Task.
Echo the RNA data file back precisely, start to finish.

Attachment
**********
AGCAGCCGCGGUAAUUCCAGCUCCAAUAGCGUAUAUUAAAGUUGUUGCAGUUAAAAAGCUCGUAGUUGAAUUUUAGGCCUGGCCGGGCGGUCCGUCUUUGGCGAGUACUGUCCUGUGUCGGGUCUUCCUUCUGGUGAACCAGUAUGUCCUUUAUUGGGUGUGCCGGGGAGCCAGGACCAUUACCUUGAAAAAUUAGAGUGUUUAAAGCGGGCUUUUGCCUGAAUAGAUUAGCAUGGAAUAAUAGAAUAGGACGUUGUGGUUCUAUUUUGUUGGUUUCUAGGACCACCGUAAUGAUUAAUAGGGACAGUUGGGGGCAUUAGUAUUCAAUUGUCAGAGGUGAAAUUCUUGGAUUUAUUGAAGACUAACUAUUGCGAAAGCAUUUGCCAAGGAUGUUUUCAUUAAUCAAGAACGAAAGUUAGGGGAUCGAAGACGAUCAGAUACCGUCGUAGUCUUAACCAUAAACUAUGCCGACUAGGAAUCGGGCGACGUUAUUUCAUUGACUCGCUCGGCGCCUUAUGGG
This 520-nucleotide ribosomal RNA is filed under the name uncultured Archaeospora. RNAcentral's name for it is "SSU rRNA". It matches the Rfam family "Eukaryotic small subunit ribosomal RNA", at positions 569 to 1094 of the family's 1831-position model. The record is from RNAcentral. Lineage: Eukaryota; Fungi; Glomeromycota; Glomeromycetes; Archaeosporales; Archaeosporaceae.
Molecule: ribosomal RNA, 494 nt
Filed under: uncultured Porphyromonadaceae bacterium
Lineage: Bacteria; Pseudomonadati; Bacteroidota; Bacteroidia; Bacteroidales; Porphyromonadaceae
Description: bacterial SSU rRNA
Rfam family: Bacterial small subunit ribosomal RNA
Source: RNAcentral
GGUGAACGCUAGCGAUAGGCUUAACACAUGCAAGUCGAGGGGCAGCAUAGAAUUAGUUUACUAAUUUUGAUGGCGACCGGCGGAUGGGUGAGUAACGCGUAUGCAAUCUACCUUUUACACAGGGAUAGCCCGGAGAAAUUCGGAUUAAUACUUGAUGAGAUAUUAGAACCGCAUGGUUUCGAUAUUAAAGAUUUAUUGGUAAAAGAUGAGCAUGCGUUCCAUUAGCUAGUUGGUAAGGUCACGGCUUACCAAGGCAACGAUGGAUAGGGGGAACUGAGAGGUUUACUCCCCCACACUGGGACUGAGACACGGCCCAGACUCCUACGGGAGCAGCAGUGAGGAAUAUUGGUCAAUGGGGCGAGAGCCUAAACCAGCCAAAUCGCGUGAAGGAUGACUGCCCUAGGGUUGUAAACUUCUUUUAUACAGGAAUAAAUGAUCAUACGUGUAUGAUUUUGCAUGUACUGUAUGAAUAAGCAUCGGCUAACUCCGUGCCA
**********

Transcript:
AGCAGCCGCGGUAAUUCCAGCUCCAAUAGCGUAUAUUAAAGUUGUUGCAGUUAAAAAGCUCGUAGUUGAAUUUUAGGCCUGGCCGGGCGGUCCGUCUUUGGCGAGUACUGUCCUGUGUCGGGUCUUCCUUCUGGUGAACCAGUAUGUCCUUUAUUGGGUGUGCCGGGGAGCCAGGACCAUUACCUUGAAAAAUUAGAGUGUUUAAAGCGGGCUUUUGCCUGAAUAGAUUAGCAUGGAAUAAUAGAAUAGGACGUUGUGGUUCUAUUUUGUUGGUUUCUAGGACCACCGUAAUGAUUAAUAGGGACAGUUGGGGGCAUUAGUAUUCAAUUGUCAGAGGUGAAAUUCUUGGAUUUAUUGAAGACUAACUAUUGCGAAAGCAUUUGCCAAGGAUGUUUUCAUUAAUCAAGAACGAAAGUUAGGGGAUCGAAGACGAUCAGAUACCGUCGUAGUCUUAACCAUAAACUAUGCCGACUAGGAAUCGGGCGACGUUAUUUCAUUGACUCGCUCGGCGCCUUAUGGG
This 520-nucleotide ribosomal RNA is filed under the name uncultured Archaeospora. RNAcentral's name for it is "SSU rRNA". It matches the Rfam family "Eukaryotic small subunit ribosomal RNA", at positions 569 to 1094 of the family's 1831-position model. The record is from RNAcentral. Lineage: Eukaryota; Fungi; Glomeromycota; Glomeromycetes; Archaeosporales; Archaeosporaceae.
Molecule: ribosomal RNA, 494 nt
Filed under: uncultured Porphyromonadaceae bacterium
Lineage: Bacteria; Pseudomonadati; Bacteroidota; Bacteroidia; Bacteroidales; Porphyromonadaceae
Description: bacterial SSU rRNA
Rfam family: Bacterial small subunit ribosomal RNA
Source: RNAcentral
GGUGAACGCUAGCGAUAGGCUUAACACAUGCAAGUCGAGGGGCAGCAUAGAAUUAGUUUACUAAUUUUGAUGGCGACCGGCGGAUGGGUGAGUAACGCGUAUGCAAUCUACCUUUUACACAGGGAUAGCCCGGAGAAAUUCGGAUUAAUACUUGAUGAGAUAUUAGAACCGCAUGGUUUCGAUAUUAAAGAUUUAUUGGUAAAAGAUGAGCAUGCGUUCCAUUAGCUAGUUGGUAAGGUCACGGCUUACCAAGGCAACGAUGGAUAGGGGGAACUGAGAGGUUUACUCCCCCACACUGGGACUGAGACACGGCCCAGACUCCUACGGGAGCAGCAGUGAGGAAUAUUGGUCAAUGGGGCGAGAGCCUAAACCAGCCAAAUCGCGUGAAGGAUGACUGCCCUAGGGUUGUAAACUUCUUUUAUACAGGAAUAAAUGAUCAUACGUGUAUGAUUUUGCAUGUACUGUAUGAAUAAGCAUCGGCUAACUCCGUGCCA